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Interview With Tim Browne
Tim Browne is a puzzle collector and puzzle maker who's creations appear on ebay.com from time to time. Tim is regular around the rubik traps and has kindly agreed to share a bit about himself and his hobby.

Tim, let's start off by finding out a little about yourself, where you live, family, etc...

I'm presently living in Nanaimo, BC (of "Nanaimo bar" fame). I just moved here from Victoria about 6 months ago. My family's pretty standard. 2 parents, both retired, 1 sister a few years younger than me. Aside from the obvious Rubik puzzles and the net, my interests include reading, video games (I'm presently trying to work my way through Tomb Raider II without a walkthrough), Japanese animation, skiing, and working out. I'm sure there's others I've forgotten.

What do you do for a living?

I'm presently between jobs, and am in the process of applying for the ITAS program at Malaspina College in September.

Give us an run down of your puzzle collection, and your favourite puzzles.

The full puzzle collection? That could take a while. :-) Let's see... I've got too many Rubik's Cube variants...

  • standard schemes, one of which is mint in the box
  • a "limited edition" one with silver, gold, white, orange, black and brown stickers
  • one coloured like the Square-1
  • several tiled cubes
  • a Deluxe cube
  • Poker cube
  • a cube with shaved corners
  • an Octagon barrel
  • a Cuboctohedron
  • a smiley cube
  • loads of necklace sized cubes
  • 2 different Sailor Moon keychain cubes
  • and about 10 Ideal keychain cubes mint on the card at least)
  • Bandaged Cubes (80's and mini)
  • Siamese Cubes (Meffert's and mini)
  • Modified Bandaged cube (prototype and mini)
  • Hybrid Cube (prototype and mini)
  • Skewb
  • Meffert's Challenge (black)
  • Pyraskewb
  • Pyraminx (standard and spiny centres)
  • Megaminx (original and 2 Meffert's 6 colour versions, one of which is signed by Uwe Meffert himself)
  • 5 Square-1 puzzles, 2 of which are the 1991 models in the box (MUCH easier to turn than the Irwin/Pavillion versions)
  • Impossiball
  • Missing Link
  • the Billion Barrel
  • Meffert's Skewb Diamond
  • Wisdom Ball (8 numbers/side)
  • Rubik's Clock
  • Whip-It!
  • Pyramorphix
  • Gem
  • Starburst
  • Hexahedron
  • Star of David
  • 2 Snakes (1 red/white, 1 black/white)
  • 2 1982 Rubik's Revenges
  • 1 Meffert's Master Cube
  • 1 Pocket Cube
  • 1 Pocket Die
  • 2 Darth Maul Cubes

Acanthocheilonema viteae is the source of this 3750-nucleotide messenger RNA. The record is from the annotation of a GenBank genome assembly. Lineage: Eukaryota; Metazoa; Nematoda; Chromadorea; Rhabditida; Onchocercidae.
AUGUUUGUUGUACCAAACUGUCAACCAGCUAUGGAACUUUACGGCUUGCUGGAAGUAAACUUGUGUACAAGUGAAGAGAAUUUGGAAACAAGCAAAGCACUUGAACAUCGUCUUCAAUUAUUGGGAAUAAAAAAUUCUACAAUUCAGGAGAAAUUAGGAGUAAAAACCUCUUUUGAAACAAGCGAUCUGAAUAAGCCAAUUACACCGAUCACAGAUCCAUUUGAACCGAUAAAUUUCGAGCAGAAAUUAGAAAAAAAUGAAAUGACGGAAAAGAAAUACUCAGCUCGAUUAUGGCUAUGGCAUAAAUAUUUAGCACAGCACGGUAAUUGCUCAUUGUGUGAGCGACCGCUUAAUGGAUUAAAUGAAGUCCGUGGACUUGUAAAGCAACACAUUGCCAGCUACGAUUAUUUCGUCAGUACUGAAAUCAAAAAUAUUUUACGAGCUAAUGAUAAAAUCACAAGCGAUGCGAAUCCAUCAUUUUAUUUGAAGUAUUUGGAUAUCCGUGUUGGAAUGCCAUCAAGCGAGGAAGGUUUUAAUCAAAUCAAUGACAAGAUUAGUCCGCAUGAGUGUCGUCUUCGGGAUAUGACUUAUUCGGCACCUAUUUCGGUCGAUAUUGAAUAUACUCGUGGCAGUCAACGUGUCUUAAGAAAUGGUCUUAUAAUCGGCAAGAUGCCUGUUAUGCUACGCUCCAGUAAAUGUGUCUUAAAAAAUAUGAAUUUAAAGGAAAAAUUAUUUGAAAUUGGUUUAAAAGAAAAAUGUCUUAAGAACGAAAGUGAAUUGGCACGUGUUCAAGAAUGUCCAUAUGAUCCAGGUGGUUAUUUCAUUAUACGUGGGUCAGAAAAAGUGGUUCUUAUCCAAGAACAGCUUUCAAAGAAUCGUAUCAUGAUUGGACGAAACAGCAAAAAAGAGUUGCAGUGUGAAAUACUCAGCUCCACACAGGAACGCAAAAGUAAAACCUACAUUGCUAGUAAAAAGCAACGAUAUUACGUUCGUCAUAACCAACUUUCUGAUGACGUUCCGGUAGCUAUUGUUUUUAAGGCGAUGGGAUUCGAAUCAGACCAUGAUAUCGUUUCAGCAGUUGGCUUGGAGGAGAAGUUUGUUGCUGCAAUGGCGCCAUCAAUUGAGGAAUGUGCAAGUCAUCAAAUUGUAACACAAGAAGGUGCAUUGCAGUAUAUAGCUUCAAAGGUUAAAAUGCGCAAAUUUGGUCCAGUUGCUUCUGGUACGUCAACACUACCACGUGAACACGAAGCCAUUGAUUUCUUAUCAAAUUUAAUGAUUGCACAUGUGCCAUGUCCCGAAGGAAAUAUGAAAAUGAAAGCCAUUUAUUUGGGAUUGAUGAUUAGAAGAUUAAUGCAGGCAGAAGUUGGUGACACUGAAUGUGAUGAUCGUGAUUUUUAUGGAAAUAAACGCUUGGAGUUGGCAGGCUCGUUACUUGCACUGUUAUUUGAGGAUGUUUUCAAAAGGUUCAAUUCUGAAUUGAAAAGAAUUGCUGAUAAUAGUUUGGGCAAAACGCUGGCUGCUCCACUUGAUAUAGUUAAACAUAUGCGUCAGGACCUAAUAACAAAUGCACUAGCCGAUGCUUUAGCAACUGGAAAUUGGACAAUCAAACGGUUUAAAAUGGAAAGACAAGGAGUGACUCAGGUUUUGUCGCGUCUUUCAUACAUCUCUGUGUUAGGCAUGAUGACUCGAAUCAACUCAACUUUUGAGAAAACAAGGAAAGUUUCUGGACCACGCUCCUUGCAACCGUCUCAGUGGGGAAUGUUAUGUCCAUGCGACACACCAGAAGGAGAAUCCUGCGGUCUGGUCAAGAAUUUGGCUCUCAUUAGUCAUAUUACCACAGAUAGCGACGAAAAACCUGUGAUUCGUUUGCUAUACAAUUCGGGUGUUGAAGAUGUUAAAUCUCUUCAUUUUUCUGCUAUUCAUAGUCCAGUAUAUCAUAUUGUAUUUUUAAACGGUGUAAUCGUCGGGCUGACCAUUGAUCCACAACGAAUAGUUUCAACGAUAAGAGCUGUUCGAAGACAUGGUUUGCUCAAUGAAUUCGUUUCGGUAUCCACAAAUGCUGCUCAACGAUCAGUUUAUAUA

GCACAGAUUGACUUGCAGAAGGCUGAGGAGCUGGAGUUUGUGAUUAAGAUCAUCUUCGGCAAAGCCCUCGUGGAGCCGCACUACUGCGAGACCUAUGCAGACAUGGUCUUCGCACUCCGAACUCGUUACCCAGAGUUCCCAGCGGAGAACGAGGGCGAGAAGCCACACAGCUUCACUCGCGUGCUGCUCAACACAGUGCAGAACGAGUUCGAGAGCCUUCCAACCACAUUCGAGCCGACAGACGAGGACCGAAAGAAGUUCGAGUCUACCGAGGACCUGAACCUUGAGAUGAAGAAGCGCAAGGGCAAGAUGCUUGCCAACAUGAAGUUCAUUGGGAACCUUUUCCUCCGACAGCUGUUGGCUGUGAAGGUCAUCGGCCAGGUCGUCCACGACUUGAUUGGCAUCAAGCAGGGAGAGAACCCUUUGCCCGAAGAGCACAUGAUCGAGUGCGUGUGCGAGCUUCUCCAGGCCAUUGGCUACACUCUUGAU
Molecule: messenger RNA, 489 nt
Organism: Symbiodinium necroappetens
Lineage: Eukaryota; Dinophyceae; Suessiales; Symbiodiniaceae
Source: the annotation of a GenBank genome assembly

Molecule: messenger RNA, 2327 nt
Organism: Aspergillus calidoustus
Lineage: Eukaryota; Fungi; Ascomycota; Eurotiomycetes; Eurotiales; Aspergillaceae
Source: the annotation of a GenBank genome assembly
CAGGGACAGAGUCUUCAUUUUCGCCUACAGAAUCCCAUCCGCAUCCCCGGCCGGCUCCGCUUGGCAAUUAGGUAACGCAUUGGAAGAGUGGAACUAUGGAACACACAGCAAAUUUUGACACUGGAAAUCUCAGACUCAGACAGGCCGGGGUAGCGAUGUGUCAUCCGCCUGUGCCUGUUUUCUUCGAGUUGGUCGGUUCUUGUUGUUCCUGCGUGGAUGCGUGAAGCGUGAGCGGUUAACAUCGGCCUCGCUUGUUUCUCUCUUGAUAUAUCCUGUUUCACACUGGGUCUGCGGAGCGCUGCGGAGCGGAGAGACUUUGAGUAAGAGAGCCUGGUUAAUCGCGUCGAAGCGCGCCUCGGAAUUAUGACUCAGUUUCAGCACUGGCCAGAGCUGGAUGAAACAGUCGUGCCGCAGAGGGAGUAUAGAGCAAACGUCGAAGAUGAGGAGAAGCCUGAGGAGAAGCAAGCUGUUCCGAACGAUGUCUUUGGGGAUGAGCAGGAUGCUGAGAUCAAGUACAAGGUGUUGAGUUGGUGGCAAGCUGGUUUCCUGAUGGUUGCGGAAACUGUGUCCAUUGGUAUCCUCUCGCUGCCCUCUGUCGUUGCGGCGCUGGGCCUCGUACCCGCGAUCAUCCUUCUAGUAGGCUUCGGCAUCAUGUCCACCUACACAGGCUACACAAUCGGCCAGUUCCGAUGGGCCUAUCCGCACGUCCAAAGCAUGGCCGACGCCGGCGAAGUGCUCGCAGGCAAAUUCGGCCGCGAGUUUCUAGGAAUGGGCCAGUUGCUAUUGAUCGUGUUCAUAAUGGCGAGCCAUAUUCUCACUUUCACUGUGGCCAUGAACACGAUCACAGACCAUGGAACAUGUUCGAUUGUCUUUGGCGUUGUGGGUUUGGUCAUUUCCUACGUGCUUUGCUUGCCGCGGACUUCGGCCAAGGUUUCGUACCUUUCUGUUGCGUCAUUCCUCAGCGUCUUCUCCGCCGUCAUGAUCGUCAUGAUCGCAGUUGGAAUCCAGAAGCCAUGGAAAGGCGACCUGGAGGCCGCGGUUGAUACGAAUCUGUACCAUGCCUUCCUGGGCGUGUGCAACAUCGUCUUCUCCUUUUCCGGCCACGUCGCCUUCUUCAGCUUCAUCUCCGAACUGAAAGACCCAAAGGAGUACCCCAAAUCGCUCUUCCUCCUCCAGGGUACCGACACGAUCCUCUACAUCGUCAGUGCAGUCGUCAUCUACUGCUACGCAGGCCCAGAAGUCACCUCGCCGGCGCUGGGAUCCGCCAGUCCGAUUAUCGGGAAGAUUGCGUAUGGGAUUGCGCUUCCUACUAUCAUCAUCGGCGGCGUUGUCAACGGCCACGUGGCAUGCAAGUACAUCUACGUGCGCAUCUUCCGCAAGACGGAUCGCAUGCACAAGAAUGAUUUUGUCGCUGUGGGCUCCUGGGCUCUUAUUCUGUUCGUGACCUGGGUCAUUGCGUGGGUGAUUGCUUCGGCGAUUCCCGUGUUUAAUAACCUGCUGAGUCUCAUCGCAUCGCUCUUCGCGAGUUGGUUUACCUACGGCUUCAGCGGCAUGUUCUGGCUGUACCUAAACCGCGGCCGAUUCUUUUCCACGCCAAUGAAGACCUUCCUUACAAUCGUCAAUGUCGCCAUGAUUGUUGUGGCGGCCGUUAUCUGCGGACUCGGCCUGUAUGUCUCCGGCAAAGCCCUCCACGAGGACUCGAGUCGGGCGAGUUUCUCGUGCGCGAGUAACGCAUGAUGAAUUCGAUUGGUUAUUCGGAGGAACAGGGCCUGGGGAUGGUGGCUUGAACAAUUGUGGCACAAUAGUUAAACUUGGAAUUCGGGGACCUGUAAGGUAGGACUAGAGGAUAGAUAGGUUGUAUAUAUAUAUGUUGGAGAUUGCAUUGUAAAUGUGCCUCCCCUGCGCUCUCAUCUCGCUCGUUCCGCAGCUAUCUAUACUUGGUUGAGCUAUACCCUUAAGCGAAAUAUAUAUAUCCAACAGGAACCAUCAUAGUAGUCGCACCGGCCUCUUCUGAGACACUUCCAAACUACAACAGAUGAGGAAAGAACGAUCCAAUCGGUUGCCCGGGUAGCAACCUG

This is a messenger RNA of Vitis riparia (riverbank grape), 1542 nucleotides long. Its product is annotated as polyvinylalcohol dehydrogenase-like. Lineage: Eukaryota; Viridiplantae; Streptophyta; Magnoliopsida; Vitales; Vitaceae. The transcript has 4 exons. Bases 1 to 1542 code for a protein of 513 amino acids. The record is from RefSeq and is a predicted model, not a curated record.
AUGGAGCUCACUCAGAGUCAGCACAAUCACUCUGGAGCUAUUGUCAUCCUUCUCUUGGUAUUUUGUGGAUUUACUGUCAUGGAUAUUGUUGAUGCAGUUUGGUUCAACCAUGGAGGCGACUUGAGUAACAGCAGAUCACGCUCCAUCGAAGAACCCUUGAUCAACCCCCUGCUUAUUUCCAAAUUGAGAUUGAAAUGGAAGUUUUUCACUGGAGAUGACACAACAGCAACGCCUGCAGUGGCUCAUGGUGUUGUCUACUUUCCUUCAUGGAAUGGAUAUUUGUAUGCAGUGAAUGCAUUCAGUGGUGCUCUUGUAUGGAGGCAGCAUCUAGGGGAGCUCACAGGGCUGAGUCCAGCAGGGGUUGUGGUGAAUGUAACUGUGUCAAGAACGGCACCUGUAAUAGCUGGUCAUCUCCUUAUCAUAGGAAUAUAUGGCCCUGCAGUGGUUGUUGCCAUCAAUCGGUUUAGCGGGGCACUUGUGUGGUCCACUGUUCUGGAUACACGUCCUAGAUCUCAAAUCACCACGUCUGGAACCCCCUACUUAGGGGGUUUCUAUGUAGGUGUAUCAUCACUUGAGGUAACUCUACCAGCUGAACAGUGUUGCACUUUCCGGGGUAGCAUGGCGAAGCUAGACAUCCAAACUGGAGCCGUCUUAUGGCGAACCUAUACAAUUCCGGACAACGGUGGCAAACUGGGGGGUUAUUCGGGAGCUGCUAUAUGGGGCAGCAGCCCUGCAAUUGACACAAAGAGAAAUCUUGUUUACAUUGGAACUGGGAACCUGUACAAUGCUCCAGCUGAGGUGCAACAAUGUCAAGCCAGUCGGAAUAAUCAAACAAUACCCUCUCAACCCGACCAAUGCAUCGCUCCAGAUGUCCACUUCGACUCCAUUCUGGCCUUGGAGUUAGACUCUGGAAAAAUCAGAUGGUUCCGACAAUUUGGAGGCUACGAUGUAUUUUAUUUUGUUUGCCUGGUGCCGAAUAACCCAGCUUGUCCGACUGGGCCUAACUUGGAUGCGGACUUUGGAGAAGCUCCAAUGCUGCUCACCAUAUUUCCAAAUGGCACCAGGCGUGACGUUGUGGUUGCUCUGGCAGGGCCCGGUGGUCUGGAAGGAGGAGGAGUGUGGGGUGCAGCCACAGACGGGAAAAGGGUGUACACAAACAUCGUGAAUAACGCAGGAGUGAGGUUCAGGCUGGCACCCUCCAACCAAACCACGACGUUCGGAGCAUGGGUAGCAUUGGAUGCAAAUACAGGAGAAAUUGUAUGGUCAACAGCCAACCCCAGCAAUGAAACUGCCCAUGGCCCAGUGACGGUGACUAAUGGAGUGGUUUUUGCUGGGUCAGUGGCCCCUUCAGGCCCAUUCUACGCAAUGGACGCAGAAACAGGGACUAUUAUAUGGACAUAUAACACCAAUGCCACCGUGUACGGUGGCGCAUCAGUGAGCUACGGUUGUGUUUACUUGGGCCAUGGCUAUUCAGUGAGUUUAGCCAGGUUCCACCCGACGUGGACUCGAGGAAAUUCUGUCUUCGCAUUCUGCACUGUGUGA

• a Billion Barrel
  • a Dogic
  • 3 Professor's Cubes (1 Rubik's Wahn, 1 Meffert's "neon" one, and 1 Picture version)
  • an Octahedron
  • Rubik's Magic (2 1987 models, 1 modern "McMagic"), a Transformers Magic Junior, a Macross Mini Magic, a Rubik's Master Magic, a Bubblegum Crisis Master Magic, a Rubik's Micro Magic: Link the Rings and a Rubik's Master Magic: Create a Double Cube.

I think that's all of them. My favourites that I didn't make are the Dogic, Megaminx, Professor's Cubes, and the Octahedron.

Do you remember when you first saw the cube? How old were you? How did you think it functioned, and what were your first recollections?

My first cube was one with Rubik's preferred colour scheme back in 1980, when I was 12-13. Its functioning was completely beyond me. It just blew my mind. Have you ever heard the Barron Knights song "Mr. Rubik"? That's about how I felt playing with it until I got Patrick Bossert's book "You Can Do The Cube". :-) Before I could solve it, though, I'd always get it back to the solved state by taking it apart and putting it back together. Even back then, I thought that peeling the stickers off was something that just wasn't done. Even after taking it apart and seeing the internal mechanism for myself, it still blew my mind that someone could actually come up with such a design.

Was the cube your first puzzle? Do you still have your original cube?

It was. Unfortunately, my first cube is long since gone. :-/ Or maybe not. A couple of weeks ago, I found a cube which I thought was gone for good, so maybe it's still around somewhere.

Do you organise your collection in a display case (like I've done)? What do your friends and family think of your hobby?

I'd like to get a display case for them, but I haven't found one I like so far. Right now, I've still got them in the boxes I used to move them. My family... tolerates it. I don't think they really understand the fascination with them. My friends are far more impressed. :-)

Over recent months, you have put a lot of very rare puzzles up for sale on Ebay, ie, the Dino cube and many Rubik's magic variations. Are these originals, or custom creations? How do you come to own so many rare makes?